Close up look at honeybees from one of my hives.
A couple weeks ago I reached out to my bee mentor – we’ll call him “J” because he is shy – to arrange the first inspection of the honeybee colonies in my back field. Every new beekeeper should have a mentor. This is a person who is an experienced beekeeper and can go through your hives with you and answer questions on the spot as well as later on by email or phone.
Bee school (yes, there truly is such a thing – University of Maine Cooperative Extension offers options during the winter), books, and watching You Tube videos (specifically those featuring Erin Forbes - think Yoda of beekeepers) will give you a great foundation – but the best way to learn about bees – and thus beekeeping – is by doing. Some mentors charge for their time, but it has been my experience that a bottle of Kentucky moonshine (no joke folks) or a couple cartons of freshly laid eggs can get you a discount or even free visit. I probably do an inspection with “J” three times a year – early spring, early summer, and fall. In between I’ll poke my head in a couple times to check on things. If you want a mentor, your best bet might be the Maine State Beekeepers Association.
I have three eight-frame hives and with any luck I’ll have four by early summer. This is my third year keeping bees and let me tell you it is a humbling experience. The more I learn the more I realize I do not know. Watching bees work is extraordinary. Losing a hive is really sad experience. My friend Eric made me a bench so I could sit and watch the bees come and go from their hives. It is way better than watching reality television, or so I am assuming. Besides watching the bees, it is a lot of fun to paint the hives (mine are orange, blue, yellow, and white) and becoming a beek (bee geek). When I run into a fellow beekeeper, of which there are many in Maine, we beek out.
“J” and I inspected the colonies today, but really we could have waited a week or even two. The timing varies every year depending on how the winter is – more winter, do it later. We wanted to make sure the bees have enough food (honey) and make sure they are okay.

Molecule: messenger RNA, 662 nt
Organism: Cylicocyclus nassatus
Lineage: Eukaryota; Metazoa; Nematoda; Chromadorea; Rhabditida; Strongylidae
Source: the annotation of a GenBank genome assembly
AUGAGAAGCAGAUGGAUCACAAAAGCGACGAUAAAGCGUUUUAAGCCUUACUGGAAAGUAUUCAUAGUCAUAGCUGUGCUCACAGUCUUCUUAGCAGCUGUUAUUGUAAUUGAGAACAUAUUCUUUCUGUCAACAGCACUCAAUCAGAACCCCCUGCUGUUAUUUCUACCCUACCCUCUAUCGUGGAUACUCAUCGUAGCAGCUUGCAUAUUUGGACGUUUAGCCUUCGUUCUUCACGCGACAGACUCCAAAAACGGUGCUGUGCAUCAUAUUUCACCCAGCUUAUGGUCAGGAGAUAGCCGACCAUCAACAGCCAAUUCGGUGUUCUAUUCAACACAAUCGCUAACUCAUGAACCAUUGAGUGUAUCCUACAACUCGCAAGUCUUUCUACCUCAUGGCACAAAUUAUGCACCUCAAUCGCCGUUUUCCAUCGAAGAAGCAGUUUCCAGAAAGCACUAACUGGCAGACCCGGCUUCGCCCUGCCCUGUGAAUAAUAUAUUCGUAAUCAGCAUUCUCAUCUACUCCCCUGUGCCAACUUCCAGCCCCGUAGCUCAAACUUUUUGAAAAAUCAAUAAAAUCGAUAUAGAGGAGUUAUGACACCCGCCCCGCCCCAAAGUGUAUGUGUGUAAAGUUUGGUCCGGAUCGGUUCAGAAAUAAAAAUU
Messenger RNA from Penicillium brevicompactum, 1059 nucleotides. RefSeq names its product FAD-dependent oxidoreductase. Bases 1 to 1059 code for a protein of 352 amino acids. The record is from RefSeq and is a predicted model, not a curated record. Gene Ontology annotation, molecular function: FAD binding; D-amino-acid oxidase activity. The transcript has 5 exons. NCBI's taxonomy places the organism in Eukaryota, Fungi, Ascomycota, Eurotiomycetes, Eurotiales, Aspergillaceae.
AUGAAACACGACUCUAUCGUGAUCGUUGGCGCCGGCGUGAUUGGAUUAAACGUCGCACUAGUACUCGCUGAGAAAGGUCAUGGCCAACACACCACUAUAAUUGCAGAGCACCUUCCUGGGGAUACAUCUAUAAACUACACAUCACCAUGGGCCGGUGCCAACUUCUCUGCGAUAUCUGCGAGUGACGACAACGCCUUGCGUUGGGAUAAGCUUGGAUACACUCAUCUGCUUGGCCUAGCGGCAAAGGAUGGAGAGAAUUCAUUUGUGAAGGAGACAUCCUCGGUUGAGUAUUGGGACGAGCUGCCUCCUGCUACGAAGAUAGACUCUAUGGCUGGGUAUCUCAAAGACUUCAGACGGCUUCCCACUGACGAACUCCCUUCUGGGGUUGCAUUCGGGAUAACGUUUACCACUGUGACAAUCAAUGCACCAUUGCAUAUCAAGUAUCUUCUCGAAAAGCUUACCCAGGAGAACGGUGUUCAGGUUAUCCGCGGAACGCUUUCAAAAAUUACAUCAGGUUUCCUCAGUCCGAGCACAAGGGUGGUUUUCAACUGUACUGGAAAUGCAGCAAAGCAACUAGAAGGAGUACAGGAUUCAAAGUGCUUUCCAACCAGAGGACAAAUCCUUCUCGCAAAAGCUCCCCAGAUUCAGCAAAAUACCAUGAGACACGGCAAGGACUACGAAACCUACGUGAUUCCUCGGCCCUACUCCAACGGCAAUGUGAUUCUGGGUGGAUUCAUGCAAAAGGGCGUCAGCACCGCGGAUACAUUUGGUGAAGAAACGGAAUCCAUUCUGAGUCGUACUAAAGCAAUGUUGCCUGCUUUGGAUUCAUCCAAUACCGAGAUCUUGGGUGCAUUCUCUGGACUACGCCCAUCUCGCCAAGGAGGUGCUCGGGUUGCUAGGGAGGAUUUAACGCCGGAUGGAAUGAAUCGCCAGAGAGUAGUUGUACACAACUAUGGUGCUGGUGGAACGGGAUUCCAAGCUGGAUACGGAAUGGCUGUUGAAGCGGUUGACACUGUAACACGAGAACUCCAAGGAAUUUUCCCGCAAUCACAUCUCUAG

“J” packing the smoker (essential beekeeper tool) and smoking the hives (few puffs into the entrances to keep the bees calm).
Here’s what we found:
The queen is already laying. There is a small, but healthy cluster near the top.Bees start at the bottom and make their way to the top of the hive during the winter. I will need to feed in a couple weeks to take them through to late May.
A candy board from one of the hives.
Otherwise known as the “miracle hive” – so donned by the state’s apiarist Tony Jadczak after the colony survived a mite attack winter before last. “J” called them gorgeous. They are! This colony is super healthy with a cluster through two boxes (think nearly two-foot long football).
Looking into the “miracle hive” – gorgeous.
The new gals. They arrived from Georgia last spring. The colony is in a small cluster in the top box, but the queen (she lays all the eggs in the colony) is really strong. I was able to see brood (bee babies) at different stages (this is going to sound gross, but really it’s an extraordinary site – they look like teeny tiny maggots curled up in a cell. I will also need to feed this colony in the next couple weeks.
Capped honey and honeybees on a frame.
What I learned, or next steps. I will need to feed two of the hives. I might need to split the second hive into two in late May, so I am talking to Phil Gaven, owner of The Honey Exchange, about getting another hive around that time. The next hive inspection should happen sometime before Memorial Day Weekend, when the dandelions will hopefully be in bloom and daytime temperatures in the 60s maybe 70s. That is when I will remove the winter protection (they are wrapped in roofing paper for insulation) and entrance reducers from the strong colonies.
End of a homasote board (absorbs moisture). No need to replace, the bees will clean up this spring.